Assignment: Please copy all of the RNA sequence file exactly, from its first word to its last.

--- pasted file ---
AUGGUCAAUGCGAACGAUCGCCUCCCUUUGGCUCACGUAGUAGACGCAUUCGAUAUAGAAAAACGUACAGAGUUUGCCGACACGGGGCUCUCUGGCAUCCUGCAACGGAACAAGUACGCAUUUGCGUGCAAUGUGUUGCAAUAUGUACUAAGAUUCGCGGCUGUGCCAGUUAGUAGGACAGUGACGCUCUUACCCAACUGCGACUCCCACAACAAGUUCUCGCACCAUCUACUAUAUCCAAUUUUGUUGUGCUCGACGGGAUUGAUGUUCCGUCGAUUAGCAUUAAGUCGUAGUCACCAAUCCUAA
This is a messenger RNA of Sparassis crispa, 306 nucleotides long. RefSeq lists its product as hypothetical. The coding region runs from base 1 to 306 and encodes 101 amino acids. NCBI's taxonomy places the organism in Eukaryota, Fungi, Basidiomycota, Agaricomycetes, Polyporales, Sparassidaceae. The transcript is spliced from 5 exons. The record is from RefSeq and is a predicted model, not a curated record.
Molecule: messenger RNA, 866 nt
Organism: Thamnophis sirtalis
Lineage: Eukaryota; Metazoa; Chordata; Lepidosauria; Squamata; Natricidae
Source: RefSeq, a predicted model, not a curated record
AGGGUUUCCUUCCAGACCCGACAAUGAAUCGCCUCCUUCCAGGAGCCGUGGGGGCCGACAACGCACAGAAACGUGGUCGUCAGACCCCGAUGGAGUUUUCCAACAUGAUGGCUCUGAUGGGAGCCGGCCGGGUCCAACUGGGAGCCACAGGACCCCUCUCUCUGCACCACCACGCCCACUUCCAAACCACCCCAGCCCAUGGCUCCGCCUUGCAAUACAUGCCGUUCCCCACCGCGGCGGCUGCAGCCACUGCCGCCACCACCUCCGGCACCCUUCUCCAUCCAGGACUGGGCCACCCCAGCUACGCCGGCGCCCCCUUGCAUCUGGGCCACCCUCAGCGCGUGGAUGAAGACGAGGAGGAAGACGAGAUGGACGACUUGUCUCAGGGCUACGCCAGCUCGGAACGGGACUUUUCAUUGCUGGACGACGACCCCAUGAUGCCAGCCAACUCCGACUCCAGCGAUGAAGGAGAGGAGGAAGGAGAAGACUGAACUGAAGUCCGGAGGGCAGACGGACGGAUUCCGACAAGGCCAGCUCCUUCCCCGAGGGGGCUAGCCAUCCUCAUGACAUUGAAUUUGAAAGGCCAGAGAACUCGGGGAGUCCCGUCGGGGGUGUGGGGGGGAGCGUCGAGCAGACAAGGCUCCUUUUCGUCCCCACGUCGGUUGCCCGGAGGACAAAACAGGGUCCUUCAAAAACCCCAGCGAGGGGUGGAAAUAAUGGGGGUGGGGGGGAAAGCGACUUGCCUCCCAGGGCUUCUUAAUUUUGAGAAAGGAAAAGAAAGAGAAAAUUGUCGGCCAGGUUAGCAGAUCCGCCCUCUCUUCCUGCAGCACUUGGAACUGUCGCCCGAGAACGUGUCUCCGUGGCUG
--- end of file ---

AUGGUCAAUGCGAACGAUCGCCUCCCUUUGGCUCACGUAGUAGACGCAUUCGAUAUAGAAAAACGUACAGAGUUUGCCGACACGGGGCUCUCUGGCAUCCUGCAACGGAACAAGUACGCAUUUGCGUGCAAUGUGUUGCAAUAUGUACUAAGAUUCGCGGCUGUGCCAGUUAGUAGGACAGUGACGCUCUUACCCAACUGCGACUCCCACAACAAGUUCUCGCACCAUCUACUAUAUCCAAUUUUGUUGUGCUCGACGGGAUUGAUGUUCCGUCGAUUAGCAUUAAGUCGUAGUCACCAAUCCUAA
This is a messenger RNA of Sparassis crispa, 306 nucleotides long. RefSeq lists its product as hypothetical. The coding region runs from base 1 to 306 and encodes 101 amino acids. NCBI's taxonomy places the organism in Eukaryota, Fungi, Basidiomycota, Agaricomycetes, Polyporales, Sparassidaceae. The transcript is spliced from 5 exons. The record is from RefSeq and is a predicted model, not a curated record.
Molecule: messenger RNA, 866 nt
Organism: Thamnophis sirtalis
Lineage: Eukaryota; Metazoa; Chordata; Lepidosauria; Squamata; Natricidae
Source: RefSeq, a predicted model, not a curated record
AGGGUUUCCUUCCAGACCCGACAAUGAAUCGCCUCCUUCCAGGAGCCGUGGGGGCCGACAACGCACAGAAACGUGGUCGUCAGACCCCGAUGGAGUUUUCCAACAUGAUGGCUCUGAUGGGAGCCGGCCGGGUCCAACUGGGAGCCACAGGACCCCUCUCUCUGCACCACCACGCCCACUUCCAAACCACCCCAGCCCAUGGCUCCGCCUUGCAAUACAUGCCGUUCCCCACCGCGGCGGCUGCAGCCACUGCCGCCACCACCUCCGGCACCCUUCUCCAUCCAGGACUGGGCCACCCCAGCUACGCCGGCGCCCCCUUGCAUCUGGGCCACCCUCAGCGCGUGGAUGAAGACGAGGAGGAAGACGAGAUGGACGACUUGUCUCAGGGCUACGCCAGCUCGGAACGGGACUUUUCAUUGCUGGACGACGACCCCAUGAUGCCAGCCAACUCCGACUCCAGCGAUGAAGGAGAGGAGGAAGGAGAAGACUGAACUGAAGUCCGGAGGGCAGACGGACGGAUUCCGACAAGGCCAGCUCCUUCCCCGAGGGGGCUAGCCAUCCUCAUGACAUUGAAUUUGAAAGGCCAGAGAACUCGGGGAGUCCCGUCGGGGGUGUGGGGGGGAGCGUCGAGCAGACAAGGCUCCUUUUCGUCCCCACGUCGGUUGCCCGGAGGACAAAACAGGGUCCUUCAAAAACCCCAGCGAGGGGUGGAAAUAAUGGGGGUGGGGGGGAAAGCGACUUGCCUCCCAGGGCUUCUUAAUUUUGAGAAAGGAAAAGAAAGAGAAAAUUGUCGGCCAGGUUAGCAGAUCCGCCCUCUCUUCCUGCAGCACUUGGAACUGUCGCCCGAGAACGUGUCUCCGUGGCUG